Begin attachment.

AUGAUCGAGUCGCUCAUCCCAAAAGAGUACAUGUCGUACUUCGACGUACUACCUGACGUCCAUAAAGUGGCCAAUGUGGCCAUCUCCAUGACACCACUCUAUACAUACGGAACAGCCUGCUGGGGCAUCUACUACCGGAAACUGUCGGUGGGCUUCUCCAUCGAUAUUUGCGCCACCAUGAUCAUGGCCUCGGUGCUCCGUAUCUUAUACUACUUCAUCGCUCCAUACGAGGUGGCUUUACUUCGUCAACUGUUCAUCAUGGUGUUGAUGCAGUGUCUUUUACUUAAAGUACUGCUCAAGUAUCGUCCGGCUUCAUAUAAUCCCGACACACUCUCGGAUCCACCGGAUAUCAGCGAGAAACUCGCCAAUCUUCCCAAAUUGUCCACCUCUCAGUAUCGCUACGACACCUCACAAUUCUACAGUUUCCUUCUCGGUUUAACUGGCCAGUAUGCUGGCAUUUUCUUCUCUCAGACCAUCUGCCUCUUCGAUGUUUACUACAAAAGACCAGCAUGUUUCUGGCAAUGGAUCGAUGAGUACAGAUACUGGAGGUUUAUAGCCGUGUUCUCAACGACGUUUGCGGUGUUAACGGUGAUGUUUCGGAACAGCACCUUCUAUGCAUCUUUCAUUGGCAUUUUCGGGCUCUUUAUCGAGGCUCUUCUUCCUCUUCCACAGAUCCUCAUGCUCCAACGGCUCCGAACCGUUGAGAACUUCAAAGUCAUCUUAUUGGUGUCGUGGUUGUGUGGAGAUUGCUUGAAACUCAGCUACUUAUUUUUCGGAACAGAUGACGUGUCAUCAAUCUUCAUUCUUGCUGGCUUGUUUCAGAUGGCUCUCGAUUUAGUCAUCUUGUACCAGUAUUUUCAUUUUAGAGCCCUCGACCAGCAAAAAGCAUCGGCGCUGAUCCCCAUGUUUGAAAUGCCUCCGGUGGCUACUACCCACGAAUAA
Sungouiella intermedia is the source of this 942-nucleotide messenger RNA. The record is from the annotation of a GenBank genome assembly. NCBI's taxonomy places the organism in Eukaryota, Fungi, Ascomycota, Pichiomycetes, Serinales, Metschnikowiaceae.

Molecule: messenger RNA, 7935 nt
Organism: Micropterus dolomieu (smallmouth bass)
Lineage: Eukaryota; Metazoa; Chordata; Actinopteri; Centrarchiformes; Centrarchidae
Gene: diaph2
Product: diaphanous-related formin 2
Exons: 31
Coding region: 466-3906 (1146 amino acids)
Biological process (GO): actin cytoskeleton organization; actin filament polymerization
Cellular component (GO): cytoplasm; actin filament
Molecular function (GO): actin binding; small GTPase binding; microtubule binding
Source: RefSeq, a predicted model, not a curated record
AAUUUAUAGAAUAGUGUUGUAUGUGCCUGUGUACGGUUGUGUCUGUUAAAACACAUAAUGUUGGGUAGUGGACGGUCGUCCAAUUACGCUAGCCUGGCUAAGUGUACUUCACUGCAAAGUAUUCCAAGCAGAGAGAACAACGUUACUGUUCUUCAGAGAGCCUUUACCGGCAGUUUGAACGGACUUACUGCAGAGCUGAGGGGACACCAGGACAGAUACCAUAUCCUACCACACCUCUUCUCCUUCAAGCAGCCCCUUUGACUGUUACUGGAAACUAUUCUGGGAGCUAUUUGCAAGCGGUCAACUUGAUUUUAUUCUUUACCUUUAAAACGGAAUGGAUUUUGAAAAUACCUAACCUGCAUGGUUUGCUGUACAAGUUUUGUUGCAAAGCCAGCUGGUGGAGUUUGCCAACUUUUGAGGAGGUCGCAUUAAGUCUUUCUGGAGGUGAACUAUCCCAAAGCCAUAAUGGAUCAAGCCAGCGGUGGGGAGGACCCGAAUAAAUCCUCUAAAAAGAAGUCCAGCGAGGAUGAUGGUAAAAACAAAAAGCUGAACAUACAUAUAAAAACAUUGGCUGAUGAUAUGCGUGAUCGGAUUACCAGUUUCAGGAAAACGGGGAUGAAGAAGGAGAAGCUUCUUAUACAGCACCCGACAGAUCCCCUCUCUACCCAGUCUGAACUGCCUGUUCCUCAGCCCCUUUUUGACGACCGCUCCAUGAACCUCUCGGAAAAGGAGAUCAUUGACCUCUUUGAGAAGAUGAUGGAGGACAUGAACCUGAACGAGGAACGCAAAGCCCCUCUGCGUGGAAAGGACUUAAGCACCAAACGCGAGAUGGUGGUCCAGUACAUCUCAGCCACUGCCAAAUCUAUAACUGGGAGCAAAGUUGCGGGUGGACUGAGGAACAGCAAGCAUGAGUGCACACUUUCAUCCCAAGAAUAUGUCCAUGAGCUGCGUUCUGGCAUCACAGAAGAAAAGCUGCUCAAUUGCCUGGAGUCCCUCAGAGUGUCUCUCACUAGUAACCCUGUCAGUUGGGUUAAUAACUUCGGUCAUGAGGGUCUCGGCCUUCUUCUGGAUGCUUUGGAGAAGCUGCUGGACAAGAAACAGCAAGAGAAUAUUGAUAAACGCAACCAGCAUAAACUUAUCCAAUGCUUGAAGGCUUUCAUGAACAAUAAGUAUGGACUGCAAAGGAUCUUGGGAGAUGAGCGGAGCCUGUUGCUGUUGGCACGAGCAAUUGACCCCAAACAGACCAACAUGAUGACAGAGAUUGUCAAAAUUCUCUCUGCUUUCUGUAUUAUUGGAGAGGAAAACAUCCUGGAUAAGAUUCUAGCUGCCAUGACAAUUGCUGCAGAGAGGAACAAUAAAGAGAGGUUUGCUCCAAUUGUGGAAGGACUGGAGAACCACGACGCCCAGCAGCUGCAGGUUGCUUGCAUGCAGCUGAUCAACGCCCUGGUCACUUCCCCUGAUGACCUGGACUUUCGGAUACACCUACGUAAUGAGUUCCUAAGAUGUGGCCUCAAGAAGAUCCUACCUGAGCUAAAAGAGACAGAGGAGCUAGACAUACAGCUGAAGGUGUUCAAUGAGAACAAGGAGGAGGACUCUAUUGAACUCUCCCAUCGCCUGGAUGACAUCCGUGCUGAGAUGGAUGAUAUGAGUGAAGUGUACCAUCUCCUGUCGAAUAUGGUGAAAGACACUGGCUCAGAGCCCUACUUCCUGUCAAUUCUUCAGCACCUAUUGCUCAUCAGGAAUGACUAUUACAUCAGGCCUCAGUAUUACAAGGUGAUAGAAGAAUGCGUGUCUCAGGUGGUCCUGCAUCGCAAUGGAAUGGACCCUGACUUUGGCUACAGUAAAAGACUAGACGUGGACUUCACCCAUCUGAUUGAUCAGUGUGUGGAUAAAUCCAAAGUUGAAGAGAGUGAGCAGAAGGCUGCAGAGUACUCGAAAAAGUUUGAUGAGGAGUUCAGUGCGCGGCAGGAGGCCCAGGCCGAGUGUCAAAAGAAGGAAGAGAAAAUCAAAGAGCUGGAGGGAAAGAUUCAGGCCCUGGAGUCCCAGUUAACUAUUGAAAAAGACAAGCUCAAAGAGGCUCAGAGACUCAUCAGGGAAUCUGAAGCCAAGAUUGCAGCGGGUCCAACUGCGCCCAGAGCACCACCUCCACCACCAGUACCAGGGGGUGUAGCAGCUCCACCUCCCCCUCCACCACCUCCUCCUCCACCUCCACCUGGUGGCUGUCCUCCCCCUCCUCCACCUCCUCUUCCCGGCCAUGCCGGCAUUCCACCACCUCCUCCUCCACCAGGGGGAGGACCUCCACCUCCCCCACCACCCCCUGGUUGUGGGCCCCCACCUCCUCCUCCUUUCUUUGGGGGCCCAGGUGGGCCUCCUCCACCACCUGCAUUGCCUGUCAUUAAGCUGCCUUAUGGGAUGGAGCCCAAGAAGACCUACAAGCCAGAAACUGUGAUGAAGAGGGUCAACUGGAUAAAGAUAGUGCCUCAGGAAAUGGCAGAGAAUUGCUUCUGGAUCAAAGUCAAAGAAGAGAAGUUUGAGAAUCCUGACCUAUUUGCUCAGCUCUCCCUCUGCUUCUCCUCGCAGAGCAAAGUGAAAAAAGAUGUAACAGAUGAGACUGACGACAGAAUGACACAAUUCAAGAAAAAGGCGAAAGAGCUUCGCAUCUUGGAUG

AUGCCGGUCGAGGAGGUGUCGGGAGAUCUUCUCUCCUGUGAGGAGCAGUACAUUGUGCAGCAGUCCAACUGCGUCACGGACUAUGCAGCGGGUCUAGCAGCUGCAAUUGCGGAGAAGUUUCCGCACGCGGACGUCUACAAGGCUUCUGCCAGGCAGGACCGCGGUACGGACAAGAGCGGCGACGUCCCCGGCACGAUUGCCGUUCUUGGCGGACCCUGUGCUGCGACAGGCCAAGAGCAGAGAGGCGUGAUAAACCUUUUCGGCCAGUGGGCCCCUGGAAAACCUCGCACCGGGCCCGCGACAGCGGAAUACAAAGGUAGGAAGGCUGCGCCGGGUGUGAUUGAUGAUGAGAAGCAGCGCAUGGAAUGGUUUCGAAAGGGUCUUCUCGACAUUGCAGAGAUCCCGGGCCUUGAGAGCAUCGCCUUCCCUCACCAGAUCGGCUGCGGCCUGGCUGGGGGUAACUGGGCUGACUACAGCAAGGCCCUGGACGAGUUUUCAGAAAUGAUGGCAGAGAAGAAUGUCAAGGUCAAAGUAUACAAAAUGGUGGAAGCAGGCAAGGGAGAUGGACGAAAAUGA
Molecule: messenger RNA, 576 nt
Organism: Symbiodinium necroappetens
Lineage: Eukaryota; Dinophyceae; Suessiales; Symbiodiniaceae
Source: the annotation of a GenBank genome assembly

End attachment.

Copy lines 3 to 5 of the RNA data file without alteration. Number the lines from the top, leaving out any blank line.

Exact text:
Molecule: messenger RNA, 7935 nt
Organism: Micropterus dolomieu (smallmouth bass)
Lineage: Eukaryota; Metazoa; Chordata; Actinopteri; Centrarchiformes; Centrarchidae